When patients and family members have concerns about depression, they often bring them up with the staff, not with the treating oncologist.
“I think that people with cancer don’t want to distract their medical oncologist or their surgeon by talking about their mood,” Dr. Massie noted. “Some people are frankly embarrassed because they feel that having depression, low mood, or anxiety means that they are a lesser person.” Or they may assume that other patients with cancer are coping just fine, although sadness and anxiety are so common in patients with cancer, Dr. Massie said.
“Patients want their oncologists to focus on the cancer,” she continued. Just as patients don’t expect oncologists to spend time talking about finances or scheduling difficulties, they often don’t expect oncologists to spend time talking about emotions.
Spur and Refer
Staff members can spur conversation and refer patients to support groups. “We would hope the oncologist’s nurse or social worker can say to patients, ‘Let’s talk about your mood or your spirits. Has this been emotionally difficult for you? How are you holding up?’” Dr. Massie said. Staff members could reassure patients that they are not alone in experiencing anxiety and depression and need not be alone in addressing these issues.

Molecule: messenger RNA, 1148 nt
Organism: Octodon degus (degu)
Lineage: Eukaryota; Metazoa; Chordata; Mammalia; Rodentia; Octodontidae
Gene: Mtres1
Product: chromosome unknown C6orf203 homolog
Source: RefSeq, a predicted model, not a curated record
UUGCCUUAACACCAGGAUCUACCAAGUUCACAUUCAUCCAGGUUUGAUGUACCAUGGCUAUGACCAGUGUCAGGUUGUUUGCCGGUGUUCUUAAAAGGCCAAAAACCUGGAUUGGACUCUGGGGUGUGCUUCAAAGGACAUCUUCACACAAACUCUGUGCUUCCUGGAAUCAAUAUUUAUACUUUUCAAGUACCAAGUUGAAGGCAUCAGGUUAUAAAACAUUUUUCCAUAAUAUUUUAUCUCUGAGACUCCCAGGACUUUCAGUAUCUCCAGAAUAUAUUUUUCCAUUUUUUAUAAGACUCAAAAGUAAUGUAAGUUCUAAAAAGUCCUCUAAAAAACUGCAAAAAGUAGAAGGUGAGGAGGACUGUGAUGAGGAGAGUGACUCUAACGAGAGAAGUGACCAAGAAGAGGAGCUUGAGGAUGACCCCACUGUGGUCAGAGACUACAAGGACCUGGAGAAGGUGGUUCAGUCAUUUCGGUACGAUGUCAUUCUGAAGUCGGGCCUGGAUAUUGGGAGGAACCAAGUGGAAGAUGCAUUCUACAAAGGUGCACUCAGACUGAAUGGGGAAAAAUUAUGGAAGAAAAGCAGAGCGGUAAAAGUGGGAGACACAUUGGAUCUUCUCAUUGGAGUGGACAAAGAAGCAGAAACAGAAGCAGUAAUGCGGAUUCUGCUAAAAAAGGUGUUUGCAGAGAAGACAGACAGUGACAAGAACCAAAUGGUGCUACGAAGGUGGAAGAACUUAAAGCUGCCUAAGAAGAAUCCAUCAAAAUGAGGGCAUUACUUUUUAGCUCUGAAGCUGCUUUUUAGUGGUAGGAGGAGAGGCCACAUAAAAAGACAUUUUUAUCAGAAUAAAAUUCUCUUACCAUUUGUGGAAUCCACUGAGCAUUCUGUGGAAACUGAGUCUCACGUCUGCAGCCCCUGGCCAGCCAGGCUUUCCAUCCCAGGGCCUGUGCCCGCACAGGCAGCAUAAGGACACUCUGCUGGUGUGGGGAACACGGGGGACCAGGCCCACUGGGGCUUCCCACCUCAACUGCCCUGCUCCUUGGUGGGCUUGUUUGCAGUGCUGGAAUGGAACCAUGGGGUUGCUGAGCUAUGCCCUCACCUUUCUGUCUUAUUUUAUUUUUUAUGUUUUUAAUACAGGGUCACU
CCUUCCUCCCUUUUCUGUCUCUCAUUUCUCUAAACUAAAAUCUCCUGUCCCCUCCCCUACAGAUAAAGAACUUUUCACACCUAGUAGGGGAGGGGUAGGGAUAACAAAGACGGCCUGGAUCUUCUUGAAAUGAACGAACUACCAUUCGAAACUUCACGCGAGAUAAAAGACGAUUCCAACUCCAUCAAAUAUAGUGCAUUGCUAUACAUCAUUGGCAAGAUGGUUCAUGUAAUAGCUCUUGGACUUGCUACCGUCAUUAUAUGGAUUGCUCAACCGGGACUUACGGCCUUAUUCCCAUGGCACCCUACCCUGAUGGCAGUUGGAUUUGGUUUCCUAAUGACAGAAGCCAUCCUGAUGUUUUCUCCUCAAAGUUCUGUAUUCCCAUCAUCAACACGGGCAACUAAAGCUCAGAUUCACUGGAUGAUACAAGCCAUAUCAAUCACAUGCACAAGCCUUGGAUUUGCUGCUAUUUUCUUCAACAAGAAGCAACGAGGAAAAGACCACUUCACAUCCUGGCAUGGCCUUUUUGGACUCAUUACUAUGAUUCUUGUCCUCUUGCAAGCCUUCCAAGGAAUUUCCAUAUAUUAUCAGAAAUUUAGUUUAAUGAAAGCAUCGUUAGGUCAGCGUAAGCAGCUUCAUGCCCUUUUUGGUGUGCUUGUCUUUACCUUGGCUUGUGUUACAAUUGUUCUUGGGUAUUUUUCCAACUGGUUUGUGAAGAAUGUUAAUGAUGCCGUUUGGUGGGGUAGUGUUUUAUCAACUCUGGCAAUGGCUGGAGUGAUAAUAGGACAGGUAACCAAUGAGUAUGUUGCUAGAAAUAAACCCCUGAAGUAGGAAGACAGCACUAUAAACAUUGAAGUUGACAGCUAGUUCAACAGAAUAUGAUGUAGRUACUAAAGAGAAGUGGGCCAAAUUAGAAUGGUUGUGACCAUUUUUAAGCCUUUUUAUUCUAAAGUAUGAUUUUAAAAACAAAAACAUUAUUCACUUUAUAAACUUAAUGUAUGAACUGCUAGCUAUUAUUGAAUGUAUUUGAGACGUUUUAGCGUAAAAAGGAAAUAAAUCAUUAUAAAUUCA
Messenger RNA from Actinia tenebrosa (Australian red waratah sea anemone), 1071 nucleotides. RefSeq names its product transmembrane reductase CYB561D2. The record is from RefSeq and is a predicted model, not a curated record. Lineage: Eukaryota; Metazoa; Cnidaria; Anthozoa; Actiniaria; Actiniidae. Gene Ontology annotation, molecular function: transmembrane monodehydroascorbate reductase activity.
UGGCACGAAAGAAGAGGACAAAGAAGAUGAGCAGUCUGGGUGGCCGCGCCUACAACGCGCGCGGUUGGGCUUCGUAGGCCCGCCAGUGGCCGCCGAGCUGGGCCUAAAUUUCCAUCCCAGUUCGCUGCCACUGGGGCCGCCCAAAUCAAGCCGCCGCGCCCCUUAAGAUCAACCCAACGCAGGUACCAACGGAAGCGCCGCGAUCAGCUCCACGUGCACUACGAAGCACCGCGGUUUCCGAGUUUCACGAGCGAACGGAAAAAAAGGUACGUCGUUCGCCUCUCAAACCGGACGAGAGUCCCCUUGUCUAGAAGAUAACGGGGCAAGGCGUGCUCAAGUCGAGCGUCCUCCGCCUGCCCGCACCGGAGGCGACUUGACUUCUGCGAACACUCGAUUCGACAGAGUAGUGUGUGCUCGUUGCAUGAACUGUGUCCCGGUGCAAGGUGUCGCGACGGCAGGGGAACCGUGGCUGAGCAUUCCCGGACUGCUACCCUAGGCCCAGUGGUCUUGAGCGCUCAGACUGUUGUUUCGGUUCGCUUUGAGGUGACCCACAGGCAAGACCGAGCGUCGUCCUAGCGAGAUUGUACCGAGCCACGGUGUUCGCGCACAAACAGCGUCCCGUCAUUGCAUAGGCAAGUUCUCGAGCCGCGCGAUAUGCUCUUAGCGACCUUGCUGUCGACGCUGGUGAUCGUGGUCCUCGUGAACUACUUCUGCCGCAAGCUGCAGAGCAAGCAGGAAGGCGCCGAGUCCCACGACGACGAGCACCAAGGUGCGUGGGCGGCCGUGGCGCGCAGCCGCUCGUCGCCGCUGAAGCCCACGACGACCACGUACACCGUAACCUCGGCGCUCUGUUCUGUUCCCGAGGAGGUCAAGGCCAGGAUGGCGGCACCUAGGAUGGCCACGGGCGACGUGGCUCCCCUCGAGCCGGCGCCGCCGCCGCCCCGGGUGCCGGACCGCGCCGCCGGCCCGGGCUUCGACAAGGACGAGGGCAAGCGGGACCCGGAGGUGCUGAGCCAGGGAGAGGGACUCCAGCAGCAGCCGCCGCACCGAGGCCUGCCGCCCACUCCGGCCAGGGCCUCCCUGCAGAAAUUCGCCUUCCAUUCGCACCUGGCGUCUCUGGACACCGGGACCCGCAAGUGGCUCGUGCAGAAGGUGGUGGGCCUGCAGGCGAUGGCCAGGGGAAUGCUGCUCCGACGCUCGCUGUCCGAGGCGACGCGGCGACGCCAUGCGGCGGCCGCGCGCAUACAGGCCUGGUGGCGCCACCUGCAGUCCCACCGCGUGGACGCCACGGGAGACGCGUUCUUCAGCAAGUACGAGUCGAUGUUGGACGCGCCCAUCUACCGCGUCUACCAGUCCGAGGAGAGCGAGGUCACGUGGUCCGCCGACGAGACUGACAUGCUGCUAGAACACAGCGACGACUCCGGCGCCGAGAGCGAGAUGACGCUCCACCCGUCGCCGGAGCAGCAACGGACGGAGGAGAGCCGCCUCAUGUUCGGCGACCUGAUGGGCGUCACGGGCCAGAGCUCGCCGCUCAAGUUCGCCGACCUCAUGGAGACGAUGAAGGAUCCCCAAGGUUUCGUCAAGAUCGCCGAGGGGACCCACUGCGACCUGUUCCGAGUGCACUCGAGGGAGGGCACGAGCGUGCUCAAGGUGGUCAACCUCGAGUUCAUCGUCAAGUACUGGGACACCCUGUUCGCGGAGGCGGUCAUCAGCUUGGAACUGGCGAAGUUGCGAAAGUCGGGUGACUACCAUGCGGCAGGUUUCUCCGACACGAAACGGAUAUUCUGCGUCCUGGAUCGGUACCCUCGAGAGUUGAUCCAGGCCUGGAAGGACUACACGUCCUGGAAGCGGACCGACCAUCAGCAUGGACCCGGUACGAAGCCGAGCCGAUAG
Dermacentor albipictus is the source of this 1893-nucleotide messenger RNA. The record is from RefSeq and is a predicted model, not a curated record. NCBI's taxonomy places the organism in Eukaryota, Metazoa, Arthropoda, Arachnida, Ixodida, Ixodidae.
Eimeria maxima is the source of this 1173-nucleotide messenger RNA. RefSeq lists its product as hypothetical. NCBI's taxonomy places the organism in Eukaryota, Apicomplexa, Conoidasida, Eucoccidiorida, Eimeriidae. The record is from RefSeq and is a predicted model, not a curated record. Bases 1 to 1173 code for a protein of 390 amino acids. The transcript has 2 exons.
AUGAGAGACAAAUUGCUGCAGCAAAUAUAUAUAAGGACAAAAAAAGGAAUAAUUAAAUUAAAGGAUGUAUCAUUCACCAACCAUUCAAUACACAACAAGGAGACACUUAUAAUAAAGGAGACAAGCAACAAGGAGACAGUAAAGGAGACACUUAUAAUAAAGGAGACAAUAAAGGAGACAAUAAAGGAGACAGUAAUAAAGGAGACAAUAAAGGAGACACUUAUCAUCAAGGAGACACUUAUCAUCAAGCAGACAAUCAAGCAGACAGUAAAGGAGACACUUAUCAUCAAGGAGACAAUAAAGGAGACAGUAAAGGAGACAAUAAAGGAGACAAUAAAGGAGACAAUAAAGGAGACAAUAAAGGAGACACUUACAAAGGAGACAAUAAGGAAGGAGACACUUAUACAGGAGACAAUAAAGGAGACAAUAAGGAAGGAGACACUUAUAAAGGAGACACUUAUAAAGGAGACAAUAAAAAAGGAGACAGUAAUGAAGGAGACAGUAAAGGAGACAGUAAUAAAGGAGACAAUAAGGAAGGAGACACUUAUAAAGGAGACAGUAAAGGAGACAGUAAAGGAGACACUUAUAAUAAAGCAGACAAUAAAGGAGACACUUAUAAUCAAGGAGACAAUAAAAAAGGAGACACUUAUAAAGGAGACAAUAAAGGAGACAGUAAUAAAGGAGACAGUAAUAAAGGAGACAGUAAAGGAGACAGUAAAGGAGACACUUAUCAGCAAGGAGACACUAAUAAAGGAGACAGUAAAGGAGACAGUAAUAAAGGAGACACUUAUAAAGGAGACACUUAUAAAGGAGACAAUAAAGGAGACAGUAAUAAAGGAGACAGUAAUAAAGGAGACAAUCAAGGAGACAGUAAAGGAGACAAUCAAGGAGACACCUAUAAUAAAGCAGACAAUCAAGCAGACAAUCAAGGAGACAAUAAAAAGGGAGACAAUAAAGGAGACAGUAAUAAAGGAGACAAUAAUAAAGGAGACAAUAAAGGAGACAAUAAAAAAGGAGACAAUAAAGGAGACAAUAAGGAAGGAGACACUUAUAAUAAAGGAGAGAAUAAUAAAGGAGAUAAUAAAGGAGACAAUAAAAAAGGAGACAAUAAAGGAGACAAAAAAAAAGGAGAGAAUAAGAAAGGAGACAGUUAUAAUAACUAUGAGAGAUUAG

Patients can be referred to emotional support groups or to a psychiatrist for individual counseling and/or antidepressant medication. Dr. Massie suggested that the treating oncologist consider starting the patient on an antidepressant, especially if there will be a wait to see a psychiatrist. ■
In the News focuses on media reports that your patients may have questions about at their next visit. This continuing column will provide summaries of articles in the popular press that may prompt such questions, as well as comments from colleagues in the field.
“Depression is a very dangerous...